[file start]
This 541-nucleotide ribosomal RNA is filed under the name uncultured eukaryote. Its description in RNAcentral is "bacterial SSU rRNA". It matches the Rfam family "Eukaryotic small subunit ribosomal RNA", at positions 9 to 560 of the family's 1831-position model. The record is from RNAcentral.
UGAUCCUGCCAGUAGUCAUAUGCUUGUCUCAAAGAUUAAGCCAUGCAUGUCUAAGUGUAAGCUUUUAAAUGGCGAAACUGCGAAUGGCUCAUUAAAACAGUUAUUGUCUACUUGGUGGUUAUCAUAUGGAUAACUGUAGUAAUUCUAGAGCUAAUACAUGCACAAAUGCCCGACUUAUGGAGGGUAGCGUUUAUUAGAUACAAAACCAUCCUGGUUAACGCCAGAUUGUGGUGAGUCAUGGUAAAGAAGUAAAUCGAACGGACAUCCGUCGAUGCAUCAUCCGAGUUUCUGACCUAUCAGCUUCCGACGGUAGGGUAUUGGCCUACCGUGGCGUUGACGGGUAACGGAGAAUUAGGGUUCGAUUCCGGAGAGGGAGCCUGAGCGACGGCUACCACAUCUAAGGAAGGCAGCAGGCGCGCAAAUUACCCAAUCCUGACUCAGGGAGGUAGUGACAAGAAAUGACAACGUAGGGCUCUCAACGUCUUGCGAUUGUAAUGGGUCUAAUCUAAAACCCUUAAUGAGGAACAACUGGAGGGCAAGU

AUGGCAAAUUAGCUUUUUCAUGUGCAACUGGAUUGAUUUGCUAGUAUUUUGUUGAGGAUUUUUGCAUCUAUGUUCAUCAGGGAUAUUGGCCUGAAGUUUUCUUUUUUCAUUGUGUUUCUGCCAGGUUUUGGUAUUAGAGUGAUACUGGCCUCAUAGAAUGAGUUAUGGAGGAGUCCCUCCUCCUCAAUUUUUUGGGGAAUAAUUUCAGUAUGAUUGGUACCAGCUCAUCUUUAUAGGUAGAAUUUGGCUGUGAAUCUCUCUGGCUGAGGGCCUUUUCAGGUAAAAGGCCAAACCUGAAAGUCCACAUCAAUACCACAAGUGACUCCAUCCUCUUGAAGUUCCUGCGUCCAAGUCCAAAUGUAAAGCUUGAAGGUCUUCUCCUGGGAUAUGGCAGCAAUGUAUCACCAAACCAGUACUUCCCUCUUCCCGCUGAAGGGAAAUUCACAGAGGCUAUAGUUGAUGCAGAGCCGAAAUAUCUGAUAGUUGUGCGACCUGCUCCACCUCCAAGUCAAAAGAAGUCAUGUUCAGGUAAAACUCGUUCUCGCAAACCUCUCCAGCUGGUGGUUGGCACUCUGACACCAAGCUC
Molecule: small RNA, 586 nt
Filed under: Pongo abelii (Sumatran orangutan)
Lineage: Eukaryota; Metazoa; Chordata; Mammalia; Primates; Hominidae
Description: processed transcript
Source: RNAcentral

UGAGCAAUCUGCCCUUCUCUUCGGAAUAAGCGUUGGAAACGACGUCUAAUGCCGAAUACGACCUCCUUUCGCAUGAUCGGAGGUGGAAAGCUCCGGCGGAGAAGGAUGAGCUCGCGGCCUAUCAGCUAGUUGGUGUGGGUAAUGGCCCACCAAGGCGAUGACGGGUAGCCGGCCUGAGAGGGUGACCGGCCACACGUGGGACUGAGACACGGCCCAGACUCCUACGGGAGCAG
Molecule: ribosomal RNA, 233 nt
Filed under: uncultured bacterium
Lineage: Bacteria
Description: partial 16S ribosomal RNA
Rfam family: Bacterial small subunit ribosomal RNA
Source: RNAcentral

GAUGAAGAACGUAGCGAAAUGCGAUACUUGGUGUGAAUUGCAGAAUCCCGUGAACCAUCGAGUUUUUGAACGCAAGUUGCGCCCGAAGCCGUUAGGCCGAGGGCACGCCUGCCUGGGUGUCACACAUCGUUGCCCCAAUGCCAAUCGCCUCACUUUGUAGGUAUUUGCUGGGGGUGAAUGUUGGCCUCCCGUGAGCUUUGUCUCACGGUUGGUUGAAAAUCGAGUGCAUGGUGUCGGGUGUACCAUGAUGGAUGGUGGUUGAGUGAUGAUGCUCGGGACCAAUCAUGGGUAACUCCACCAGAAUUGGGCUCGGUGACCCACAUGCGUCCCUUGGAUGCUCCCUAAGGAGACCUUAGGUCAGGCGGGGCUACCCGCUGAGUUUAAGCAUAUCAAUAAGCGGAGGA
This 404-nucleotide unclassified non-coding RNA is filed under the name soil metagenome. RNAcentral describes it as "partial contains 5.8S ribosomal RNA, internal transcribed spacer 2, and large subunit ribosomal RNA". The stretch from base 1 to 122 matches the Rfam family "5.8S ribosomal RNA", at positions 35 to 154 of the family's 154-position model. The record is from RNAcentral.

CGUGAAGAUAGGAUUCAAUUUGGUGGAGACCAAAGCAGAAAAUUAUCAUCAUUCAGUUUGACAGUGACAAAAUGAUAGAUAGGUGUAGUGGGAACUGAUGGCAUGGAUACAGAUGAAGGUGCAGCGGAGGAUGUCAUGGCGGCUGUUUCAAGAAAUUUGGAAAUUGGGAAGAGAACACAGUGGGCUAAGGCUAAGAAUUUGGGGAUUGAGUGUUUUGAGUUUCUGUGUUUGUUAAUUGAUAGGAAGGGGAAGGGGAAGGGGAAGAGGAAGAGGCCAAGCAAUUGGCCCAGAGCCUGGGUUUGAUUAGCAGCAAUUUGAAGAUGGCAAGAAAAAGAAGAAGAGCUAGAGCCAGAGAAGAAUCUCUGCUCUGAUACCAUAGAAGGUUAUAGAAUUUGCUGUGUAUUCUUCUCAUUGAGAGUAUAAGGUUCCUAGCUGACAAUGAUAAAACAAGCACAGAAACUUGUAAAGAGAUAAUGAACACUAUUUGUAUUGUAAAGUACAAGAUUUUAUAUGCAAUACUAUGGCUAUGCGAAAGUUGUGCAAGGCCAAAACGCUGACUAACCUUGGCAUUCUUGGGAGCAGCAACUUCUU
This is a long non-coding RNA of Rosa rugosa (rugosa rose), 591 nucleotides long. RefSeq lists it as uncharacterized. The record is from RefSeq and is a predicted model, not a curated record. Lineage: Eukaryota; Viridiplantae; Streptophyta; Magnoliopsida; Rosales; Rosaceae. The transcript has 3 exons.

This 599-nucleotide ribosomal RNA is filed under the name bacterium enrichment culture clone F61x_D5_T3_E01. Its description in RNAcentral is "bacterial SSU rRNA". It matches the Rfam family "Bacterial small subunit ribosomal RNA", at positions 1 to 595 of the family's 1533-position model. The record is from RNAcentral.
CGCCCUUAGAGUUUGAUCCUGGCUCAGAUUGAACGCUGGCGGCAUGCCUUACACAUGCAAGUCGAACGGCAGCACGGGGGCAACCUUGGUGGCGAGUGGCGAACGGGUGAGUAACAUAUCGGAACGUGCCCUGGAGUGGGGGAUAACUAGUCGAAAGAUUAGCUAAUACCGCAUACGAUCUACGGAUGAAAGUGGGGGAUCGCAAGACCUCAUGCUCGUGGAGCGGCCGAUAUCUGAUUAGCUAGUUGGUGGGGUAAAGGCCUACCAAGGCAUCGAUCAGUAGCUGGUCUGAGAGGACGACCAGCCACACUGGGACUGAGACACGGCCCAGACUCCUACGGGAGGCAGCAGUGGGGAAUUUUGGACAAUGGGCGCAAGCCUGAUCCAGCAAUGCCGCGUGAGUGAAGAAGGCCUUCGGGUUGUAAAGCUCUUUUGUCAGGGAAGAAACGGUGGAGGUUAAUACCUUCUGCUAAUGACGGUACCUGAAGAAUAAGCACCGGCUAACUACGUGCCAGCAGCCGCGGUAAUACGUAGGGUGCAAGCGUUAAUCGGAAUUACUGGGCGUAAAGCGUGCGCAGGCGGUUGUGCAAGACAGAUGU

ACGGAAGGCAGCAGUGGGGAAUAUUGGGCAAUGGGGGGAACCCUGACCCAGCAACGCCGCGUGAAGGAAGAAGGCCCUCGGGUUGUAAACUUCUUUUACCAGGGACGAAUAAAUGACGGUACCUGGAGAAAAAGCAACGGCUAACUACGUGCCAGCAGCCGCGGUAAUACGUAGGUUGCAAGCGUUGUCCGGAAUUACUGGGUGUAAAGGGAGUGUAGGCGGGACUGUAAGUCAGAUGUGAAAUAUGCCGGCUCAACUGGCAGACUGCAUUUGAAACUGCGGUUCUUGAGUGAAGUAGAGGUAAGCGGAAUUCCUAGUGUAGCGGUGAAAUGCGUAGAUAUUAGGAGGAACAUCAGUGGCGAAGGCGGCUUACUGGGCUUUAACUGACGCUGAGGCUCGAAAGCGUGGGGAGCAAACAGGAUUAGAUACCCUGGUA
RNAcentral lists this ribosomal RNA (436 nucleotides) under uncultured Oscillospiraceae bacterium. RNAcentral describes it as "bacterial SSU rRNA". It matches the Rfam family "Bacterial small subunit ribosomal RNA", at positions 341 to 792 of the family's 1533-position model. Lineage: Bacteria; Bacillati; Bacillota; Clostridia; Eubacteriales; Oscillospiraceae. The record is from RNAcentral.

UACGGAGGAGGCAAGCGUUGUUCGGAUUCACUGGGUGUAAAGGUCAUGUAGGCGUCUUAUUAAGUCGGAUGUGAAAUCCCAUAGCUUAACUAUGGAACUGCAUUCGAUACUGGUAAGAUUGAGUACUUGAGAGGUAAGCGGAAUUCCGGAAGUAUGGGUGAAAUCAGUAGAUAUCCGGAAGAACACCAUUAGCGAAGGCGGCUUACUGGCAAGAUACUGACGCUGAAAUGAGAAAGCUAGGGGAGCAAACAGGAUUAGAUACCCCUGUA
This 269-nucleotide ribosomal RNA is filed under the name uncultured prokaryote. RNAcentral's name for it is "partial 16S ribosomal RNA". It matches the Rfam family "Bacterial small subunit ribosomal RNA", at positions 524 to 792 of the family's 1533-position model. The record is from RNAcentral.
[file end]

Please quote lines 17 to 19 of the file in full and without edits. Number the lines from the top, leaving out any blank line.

This 404-nucleotide unclassified non-coding RNA is filed under the name soil metagenome. RNAcentral describes it as "partial contains 5.8S ribosomal RNA, internal transcribed spacer 2, and large subunit ribosomal RNA". The stretch from base 1 to 122 matches the Rfam family "5.8S ribosomal RNA", at positions 35 to 154 of the family's 154-position model. The record is from RNAcentral.

CGUGAAGAUAGGAUUCAAUUUGGUGGAGACCAAAGCAGAAAAUUAUCAUCAUUCAGUUUGACAGUGACAAAAUGAUAGAUAGGUGUAGUGGGAACUGAUGGCAUGGAUACAGAUGAAGGUGCAGCGGAGGAUGUCAUGGCGGCUGUUUCAAGAAAUUUGGAAAUUGGGAAGAGAACACAGUGGGCUAAGGCUAAGAAUUUGGGGAUUGAGUGUUUUGAGUUUCUGUGUUUGUUAAUUGAUAGGAAGGGGAAGGGGAAGGGGAAGAGGAAGAGGCCAAGCAAUUGGCCCAGAGCCUGGGUUUGAUUAGCAGCAAUUUGAAGAUGGCAAGAAAAAGAAGAAGAGCUAGAGCCAGAGAAGAAUCUCUGCUCUGAUACCAUAGAAGGUUAUAGAAUUUGCUGUGUAUUCUUCUCAUUGAGAGUAUAAGGUUCCUAGCUGACAAUGAUAAAACAAGCACAGAAACUUGUAAAGAGAUAAUGAACACUAUUUGUAUUGUAAAGUACAAGAUUUUAUAUGCAAUACUAUGGCUAUGCGAAAGUUGUGCAAGGCCAAAACGCUGACUAACCUUGGCAUUCUUGGGAGCAGCAACUUCUU
This is a long non-coding RNA of Rosa rugosa (rugosa rose), 591 nucleotides long. RefSeq lists it as uncharacterized. The record is from RefSeq and is a predicted model, not a curated record. Lineage: Eukaryota; Viridiplantae; Streptophyta; Magnoliopsida; Rosales; Rosaceae. The transcript has 3 exons.